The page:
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#### Keit

That will measure the capacitance of the enamel over the full circumference of the wire, but will not help me one bit. I don't know either the thickness or the permittivity. If I knew one, getting the other is easy. Capacitance is a function of both thickness and permittivity - how do I determine one without knowing the other?
As i said, I need both, so I can calculate taking into account the degree of electric field concentration where turns touch each other.
How do i measure enamel thickness, given it is quite a bit smaller than the manufacturing tolerance of the copper wire itself?
In any case, the capacitance measured by the soak-in-liquid method will be huge compared to the capacitance of wires touching each other

#### edgarsls

Relative Permeability is what you're looking for. Not Permittivity. Just search for "relative permeability of 'x'"... Looking for that I came across these, which might be useful: https://www.researchgate.net/profil...ical-Properties-of-Enamel-Wire-Insulation.pdf
https://www.researchgate.net/public...r-High-Frequency-High-Voltage-Application.pdf

The insulation thickness should be on the datasheet for the wire you have.
The insulation thickness isn't the whole story since you wont get 100% stacking factor.

#### Elvee

The problem is complicated by two factors: one is that adjacent turns have a very small fraction of the total voltage between them, reducing the apparent capacitance by a factor of 1/r², r being the ratio of the total voltage to the inter-turn voltage and the other is more subtle: it is akin to a transmission line effect. When a signal is sent from one end of the wire to other, it doesn't arrive instantly, and the delay results in a virtual capacitance that can be extremely significant, sometimes larger than the physical capacitance for low-capacitance types of windings.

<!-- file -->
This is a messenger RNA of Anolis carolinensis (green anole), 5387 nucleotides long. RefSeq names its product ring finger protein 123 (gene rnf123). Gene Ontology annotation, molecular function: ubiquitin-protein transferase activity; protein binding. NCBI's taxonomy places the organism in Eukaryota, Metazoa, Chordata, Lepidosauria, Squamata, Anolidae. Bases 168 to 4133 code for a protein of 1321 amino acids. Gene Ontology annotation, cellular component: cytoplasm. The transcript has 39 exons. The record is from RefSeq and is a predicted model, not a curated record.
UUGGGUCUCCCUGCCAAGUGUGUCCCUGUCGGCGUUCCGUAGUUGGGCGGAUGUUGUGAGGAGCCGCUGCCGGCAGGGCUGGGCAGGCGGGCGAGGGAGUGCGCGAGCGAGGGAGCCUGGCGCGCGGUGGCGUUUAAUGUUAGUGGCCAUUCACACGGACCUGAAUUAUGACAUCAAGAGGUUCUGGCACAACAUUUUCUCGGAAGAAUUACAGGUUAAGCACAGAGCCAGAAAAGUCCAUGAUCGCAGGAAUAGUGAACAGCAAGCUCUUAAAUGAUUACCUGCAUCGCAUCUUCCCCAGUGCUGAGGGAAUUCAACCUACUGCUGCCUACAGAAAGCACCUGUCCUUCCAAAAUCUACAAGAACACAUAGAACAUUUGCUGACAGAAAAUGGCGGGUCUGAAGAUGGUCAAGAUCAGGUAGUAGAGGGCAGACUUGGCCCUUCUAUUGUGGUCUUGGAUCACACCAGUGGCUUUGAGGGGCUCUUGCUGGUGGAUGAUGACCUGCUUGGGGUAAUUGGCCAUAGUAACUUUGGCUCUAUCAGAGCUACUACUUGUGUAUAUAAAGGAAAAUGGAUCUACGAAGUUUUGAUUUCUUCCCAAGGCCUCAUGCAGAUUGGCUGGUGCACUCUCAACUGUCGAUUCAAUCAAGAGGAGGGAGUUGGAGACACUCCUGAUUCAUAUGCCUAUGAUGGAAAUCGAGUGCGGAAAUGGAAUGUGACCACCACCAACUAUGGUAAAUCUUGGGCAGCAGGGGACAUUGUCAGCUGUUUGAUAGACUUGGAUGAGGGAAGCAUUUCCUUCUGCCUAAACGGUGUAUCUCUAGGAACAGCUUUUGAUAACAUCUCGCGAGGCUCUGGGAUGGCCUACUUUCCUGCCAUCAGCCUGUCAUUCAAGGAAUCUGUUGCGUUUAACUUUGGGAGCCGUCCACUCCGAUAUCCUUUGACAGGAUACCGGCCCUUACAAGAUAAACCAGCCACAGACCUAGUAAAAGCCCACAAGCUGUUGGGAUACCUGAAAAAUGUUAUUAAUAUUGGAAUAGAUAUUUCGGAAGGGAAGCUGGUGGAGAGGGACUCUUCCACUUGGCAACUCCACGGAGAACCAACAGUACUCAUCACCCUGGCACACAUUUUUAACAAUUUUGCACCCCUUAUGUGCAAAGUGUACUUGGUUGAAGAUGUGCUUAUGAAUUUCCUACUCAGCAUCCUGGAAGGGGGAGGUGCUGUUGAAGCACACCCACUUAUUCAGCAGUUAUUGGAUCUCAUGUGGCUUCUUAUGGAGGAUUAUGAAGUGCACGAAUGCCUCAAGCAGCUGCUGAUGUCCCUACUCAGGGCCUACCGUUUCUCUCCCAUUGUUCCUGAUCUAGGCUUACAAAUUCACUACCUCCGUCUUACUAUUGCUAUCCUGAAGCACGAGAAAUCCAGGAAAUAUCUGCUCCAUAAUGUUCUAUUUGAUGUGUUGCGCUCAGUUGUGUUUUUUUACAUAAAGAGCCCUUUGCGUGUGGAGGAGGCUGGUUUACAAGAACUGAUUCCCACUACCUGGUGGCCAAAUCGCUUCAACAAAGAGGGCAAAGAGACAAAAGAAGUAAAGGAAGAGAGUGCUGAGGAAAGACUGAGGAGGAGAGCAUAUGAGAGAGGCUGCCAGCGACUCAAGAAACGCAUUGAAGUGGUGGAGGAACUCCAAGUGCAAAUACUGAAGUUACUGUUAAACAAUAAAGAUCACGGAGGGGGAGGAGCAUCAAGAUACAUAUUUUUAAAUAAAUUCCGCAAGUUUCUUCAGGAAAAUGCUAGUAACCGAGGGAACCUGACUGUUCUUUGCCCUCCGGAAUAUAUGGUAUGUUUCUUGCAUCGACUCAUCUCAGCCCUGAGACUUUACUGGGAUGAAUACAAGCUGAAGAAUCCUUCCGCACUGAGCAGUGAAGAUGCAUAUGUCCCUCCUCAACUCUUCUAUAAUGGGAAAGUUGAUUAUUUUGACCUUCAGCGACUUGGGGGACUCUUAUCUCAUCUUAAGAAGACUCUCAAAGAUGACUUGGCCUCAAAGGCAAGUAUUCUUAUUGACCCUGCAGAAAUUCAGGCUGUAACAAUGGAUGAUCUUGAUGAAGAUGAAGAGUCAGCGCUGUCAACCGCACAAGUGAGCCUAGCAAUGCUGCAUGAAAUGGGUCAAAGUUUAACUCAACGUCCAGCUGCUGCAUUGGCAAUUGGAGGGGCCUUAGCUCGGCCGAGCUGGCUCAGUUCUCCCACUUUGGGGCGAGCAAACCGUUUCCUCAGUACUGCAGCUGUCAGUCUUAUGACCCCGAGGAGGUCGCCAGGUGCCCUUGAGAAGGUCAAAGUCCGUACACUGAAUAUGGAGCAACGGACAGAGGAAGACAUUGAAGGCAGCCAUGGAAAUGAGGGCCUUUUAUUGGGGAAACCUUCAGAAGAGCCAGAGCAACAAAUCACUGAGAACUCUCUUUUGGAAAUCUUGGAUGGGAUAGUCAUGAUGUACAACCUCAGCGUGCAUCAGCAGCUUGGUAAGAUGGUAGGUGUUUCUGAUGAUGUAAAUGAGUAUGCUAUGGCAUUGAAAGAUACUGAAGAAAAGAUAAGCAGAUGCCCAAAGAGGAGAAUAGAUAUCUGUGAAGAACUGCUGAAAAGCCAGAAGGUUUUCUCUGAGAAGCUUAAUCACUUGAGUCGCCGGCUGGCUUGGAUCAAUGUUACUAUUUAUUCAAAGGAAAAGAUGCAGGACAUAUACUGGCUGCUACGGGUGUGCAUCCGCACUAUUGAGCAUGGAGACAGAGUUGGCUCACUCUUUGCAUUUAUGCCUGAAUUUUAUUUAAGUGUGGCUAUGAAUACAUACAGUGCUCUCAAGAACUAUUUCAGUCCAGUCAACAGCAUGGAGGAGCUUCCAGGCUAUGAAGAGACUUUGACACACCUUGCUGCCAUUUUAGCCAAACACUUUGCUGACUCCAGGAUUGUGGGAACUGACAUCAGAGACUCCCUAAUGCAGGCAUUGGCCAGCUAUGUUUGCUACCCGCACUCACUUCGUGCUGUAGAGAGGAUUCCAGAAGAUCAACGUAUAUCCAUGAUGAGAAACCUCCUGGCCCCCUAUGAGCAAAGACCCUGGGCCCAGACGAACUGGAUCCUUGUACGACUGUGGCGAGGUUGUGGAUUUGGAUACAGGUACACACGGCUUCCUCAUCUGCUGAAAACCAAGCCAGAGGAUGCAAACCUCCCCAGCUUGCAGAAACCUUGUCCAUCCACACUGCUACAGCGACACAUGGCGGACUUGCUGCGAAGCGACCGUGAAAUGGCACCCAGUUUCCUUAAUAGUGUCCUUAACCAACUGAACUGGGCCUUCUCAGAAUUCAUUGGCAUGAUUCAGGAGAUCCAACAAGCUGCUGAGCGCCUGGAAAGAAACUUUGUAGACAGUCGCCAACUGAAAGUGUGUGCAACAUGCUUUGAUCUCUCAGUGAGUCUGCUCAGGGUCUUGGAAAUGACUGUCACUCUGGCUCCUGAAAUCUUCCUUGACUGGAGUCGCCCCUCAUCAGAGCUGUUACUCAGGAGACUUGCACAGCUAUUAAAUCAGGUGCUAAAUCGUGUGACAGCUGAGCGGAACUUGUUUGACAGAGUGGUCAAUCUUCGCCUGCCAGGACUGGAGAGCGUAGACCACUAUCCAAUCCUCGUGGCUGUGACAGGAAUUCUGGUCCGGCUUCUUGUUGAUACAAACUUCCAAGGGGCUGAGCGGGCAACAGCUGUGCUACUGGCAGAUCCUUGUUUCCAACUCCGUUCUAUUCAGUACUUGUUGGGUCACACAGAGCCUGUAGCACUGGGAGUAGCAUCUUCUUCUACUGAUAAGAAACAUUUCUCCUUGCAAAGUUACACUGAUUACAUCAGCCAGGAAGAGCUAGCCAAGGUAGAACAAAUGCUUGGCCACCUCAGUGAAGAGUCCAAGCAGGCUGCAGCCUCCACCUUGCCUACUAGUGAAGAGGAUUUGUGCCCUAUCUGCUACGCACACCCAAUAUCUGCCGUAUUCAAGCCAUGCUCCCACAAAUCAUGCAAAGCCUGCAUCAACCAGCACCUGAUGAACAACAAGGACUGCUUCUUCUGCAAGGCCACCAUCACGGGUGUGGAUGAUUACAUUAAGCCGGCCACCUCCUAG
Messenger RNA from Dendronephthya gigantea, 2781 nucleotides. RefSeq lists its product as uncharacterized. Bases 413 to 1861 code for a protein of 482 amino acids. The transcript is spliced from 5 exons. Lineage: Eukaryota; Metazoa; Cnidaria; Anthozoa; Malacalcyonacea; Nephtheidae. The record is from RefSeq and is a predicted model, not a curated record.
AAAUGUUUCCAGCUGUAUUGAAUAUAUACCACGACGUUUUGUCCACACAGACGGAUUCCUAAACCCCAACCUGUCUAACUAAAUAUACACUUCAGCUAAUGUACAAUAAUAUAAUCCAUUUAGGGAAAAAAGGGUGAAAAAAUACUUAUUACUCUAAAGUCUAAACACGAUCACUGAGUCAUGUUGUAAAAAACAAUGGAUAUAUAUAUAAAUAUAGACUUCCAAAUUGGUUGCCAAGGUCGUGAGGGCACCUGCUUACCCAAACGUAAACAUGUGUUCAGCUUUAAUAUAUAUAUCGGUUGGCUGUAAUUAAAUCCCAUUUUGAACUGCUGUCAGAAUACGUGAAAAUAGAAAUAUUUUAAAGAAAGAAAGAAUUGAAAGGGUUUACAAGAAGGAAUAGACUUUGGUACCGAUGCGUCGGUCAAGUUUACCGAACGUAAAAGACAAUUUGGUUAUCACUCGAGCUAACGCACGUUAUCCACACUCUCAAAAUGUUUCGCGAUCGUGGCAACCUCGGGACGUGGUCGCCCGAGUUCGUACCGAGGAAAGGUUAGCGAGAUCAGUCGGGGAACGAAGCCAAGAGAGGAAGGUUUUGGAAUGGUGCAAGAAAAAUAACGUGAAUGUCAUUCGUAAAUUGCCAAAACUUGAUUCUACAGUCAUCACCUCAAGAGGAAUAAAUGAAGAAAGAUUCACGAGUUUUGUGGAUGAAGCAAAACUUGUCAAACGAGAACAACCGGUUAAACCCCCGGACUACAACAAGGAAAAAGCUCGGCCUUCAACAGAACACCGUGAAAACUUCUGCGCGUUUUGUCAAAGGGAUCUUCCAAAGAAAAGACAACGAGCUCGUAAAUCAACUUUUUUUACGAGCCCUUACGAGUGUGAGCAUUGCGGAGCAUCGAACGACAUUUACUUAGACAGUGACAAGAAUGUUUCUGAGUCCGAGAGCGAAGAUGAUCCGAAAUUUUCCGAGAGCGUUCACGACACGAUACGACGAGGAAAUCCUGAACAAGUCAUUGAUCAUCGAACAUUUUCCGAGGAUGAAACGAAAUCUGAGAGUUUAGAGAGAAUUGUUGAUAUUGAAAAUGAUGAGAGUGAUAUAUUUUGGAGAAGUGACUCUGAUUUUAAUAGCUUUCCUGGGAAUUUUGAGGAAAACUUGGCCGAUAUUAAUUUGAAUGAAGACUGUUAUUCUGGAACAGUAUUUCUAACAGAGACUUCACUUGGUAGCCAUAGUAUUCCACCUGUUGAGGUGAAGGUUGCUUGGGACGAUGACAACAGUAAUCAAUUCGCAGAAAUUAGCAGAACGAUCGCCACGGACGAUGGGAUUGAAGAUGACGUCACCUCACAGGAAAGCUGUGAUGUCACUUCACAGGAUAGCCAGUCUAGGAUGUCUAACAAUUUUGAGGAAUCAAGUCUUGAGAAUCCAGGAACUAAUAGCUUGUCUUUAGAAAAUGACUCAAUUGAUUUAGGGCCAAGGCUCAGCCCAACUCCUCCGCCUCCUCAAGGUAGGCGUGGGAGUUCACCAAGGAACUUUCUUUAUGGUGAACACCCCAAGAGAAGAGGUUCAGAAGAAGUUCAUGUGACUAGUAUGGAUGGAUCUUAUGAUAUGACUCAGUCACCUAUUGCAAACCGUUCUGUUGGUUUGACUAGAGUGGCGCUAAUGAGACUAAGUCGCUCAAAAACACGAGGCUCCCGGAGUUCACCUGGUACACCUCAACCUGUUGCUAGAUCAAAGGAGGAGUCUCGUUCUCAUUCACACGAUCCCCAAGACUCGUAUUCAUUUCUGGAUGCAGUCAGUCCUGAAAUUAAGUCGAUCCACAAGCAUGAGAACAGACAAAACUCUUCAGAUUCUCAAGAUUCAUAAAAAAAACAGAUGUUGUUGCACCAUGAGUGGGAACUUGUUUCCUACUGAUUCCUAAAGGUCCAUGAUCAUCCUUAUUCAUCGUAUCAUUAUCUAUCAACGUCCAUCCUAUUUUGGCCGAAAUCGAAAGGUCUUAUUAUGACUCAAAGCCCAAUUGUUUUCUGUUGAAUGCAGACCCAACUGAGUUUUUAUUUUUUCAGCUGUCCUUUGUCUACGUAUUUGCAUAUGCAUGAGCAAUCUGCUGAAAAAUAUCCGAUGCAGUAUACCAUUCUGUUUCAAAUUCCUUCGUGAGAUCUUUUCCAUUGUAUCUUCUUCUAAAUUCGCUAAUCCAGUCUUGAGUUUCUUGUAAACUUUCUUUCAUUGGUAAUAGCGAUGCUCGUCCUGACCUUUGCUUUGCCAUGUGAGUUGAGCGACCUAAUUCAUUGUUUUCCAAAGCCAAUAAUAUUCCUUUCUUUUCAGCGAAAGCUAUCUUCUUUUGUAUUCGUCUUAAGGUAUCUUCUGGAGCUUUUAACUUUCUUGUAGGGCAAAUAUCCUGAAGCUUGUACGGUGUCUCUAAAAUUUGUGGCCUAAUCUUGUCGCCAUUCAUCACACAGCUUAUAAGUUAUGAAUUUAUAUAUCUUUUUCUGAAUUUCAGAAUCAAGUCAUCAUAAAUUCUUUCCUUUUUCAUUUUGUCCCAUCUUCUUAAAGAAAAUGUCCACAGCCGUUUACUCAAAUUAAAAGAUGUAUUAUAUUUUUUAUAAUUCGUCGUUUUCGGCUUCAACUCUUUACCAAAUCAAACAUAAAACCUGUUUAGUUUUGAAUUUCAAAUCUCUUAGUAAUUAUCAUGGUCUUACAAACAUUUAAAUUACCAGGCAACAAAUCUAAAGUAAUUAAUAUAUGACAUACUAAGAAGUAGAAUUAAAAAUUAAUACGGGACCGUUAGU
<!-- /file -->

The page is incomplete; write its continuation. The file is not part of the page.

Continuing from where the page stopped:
All of that is very complicated to estimate, which is why a test winding is the best option

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#### bucks bunny

one way to measure is to soak a known length of wire of known diameter in salt water and measure the capacitance, assuming the wire enamel is isolating perfectly. use a metallic beaker for ease of contacting the salt water. That should give you the dielectric constant if you know the enamel layer thickness, and wire thickness.
On the other hand it enables you to estimate the capacitance /1m of your unknown wire.
But without using a winding machine with controlled wiring tension and using wire of unknown origin -
you can not expect to achieve predictable results.

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#### tomchr

Paid Member
If you want controlled impedance it's usually best to shop at reputable vendors who specify such things. At least that's the case for PCB dielectrics and I would imagine it's even more true for wire enamel.

When you shop on ePay or AliBlahBlah you get what you get and you may not get the same next time you order. That's the cost of cheap.

Assuming you don't want to buy another spool of wire, your best bet is to measure the relative permittivity of the enamel on the wire you have and go from there.

Tom

#### JMFahey

Osvaldo, that's obviously true, but I need better than a vague idea. It is very costly to design a transformer and make it up to make it up, only to find that the self capacitance is twice or whatever that you thought it would be.
The capacitance measured is a function of the enamel thickness, enamel permittivity, wire diameter, and the permittivity of the air or transformer impregnation varnish surrounding the wire. It is surprisingly hard to twist two wires one metre long in a consistent way that matches the neat near zero spacing achievable on a coil winding machine, which has controlled wire tension.